A MAN OF SIN
Devastatingly handsome. Vain. Unscrupulous. Valentine Napier, the Duke of Montgomery, is the man London whispers about in boudoirs and back alleys. A notorious rake and blackmailer, Montgomery has returned from exile, intent on seeking revenge on those who have wronged him. But what he finds in his own bedroom may lay waste to all his plans.
A WOMAN OF HONOR
Born a bastard, housekeeper Bridget Crumb is clever, bold, and fiercely loyal. When her aristocratic mother becomes the target of extortion, Bridget joins the Duke of Montgomery’s household to search for the incriminating evidence-and uncovers something far more dangerous.
A SECRET THAT THREATENS TO DESTROY THEM BOTH
Astonished by the deceptively prim-and surprisingly witty-domestic spy in his chambers, Montgomery is intrigued. And try as she might, Bridget can’t resist the slyly charming duke. Now as the two begin their treacherous game of cat and mouse, they soon realize that they both have secrets-and neither may be as nefarious-or as innocent-as they appear . . .
He was a dastardly villain in Sweetest Scoundrel and the things he did put everyone in sixes and sevens by trying to kidnap the same woman numerous times, amongst other things. How then, can a man who everyone does not trust, some even hate, become a hero? How can a man exiled from his country come back and reassert himself into the ton? Readers, get ready because The Duke of Montgomery is back and he’s nothing like you’ve read before.
To say that I was blown away by Val is an understatement. Ms. Hoyt outdid herself with his story, and what a convoluted tale it is. This novel is definitely a standalone read but for readers of the series, Duke of Sin picks up at end of Sweetest Scoundrel when Mrs. Crumb, the ever so proper, efficient and organized housekeeper is caught with her hand in the cookie jar – so-to-speak. What she finds is something with huge ramifications and pertains to one of the subplots in this newest adventure.
I am sitting here trying to formulate how much to say without giving away any spoilers and I’m once again reminded just how rich, busy and robust this whole complicated courtship is between the duke and his housekeeper. I simply don’t know where to start.
First, Val, the Duke of Montgomery is a tortured hero. You have no idea what his childhood was like until he shared it with Mrs. Crumb, a/k/a Bridget, in small increments throughout the whole novel. Once the bulk of it was revealed, I felt ill. Ms. Hoyt’s descriptions broke my heart. The true villains were Val’s own family and once I understood the extent of his abuse, I understood why a man that made the perfect villain in previous novels makes the absolute best hero that can appeal to any woman who wants to love, cherish and heal her man. It’s going to take a special touch, a unique woman and a dramatic gesture of romantic sacrifice to create the catharsis that will heal the past and insure a future. Oh my gosh, the passion!!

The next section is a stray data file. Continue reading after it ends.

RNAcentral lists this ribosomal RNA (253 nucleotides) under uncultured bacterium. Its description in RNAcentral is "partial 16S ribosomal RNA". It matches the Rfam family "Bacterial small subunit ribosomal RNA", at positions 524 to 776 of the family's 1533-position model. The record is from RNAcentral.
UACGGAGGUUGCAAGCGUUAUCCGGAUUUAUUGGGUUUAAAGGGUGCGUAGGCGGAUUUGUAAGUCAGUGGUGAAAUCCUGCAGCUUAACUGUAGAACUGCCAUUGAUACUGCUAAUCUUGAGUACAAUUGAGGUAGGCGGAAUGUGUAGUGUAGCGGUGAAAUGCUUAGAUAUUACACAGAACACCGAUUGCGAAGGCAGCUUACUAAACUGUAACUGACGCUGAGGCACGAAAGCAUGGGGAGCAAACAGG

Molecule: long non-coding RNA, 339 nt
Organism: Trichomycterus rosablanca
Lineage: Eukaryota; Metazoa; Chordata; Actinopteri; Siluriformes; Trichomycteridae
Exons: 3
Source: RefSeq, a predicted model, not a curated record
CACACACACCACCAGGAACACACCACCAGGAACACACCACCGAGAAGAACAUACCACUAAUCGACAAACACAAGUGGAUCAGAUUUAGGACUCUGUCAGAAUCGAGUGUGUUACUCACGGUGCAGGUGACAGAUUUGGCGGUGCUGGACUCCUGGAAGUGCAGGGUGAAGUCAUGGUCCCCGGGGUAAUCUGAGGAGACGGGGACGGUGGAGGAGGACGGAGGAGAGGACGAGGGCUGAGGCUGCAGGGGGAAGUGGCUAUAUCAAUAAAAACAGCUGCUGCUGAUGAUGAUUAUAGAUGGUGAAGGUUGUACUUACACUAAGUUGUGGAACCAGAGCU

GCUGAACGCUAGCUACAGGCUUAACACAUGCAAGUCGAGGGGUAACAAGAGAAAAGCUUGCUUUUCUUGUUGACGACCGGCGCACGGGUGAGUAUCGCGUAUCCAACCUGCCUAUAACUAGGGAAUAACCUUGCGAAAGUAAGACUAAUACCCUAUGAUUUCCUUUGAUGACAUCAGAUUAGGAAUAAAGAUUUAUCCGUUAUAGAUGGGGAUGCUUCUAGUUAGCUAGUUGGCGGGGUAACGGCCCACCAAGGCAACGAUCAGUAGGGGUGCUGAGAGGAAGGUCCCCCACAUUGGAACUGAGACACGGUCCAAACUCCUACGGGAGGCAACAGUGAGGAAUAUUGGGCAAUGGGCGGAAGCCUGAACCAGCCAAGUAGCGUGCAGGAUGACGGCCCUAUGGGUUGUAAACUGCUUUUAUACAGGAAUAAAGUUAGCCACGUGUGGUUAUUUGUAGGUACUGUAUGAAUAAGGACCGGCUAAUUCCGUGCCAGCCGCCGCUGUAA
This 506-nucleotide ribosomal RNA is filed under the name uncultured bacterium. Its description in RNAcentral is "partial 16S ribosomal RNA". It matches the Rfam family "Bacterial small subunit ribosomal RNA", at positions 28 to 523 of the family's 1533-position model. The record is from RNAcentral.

Bridget has a lot of secrets. She’s a strong heroine and is totally worthy of her eventual relationship with the Duke of Montgomery, even though it will never go far. I mean, who ever heard of a DUKE marrying his housekeeper? There is a lot more to Mrs. Crumb that meets the eye and as I learned about her, I came to respect her and cheer for her blossoming relationship with Val. She’s so proper, so sure of herself and her vision of what is right and wrong is clear and concise, yet she’s flexible, thoughtful and capable of whimsy, when she allows herself. She’s a woman with great passion and when Val finally taps into it the pages practically explode into flames. Val teaches Bridget the glories between a man and a woman, to the point that Bridget wants more than Val can give – that’s the hope, the challenge and the heartbreak. My emotions were wrapped up in Val and Bridget’s romance and it was a twisty roller coaster ride of surprises.
Make no mistake, Val is a product of a twisted childhood and his actions can be violent and swift. And, for all the blood, he makes a kind of backwards sense, a logic that, if I follow it right, means he cared enough to make things quick versus the alternative. I was shocked at his casual violence but more stunned in my agreeing with his thinking. In his own way, he has developed his own sense of justice and morality. It was thoroughly unique. His willingness to act is absolutely crucial towards the end of the book and in that he epitomizes the definition of the word, hero.
There are so many layers to this novel, some of which involve secondary characters that play critical roles in the relationship between Val and Bridget. There are adorable moments, like Pip the dog, and others that made me laugh and some that left me puzzled because Val is an enigma and how he dealt with people was so unusual and abrasive.
Duke of Sin is one of those books that stay with a reader long after the last page is read. Val is a hero that is unexpected, inimitable and charming in his egotistical way. He is a man I’ll remember as being a personality that truly and believably went from villain to hero and I fell in love with him along with Bridget. He’s not a comfortable or banal character. He’s not dull or predicable. Ms. Hoyt struck gold when she introduced her readers to the Duke of Montgomery. I hope this novel receives many accolades because in my estimation, it earns every single one. I’m a very happy reader.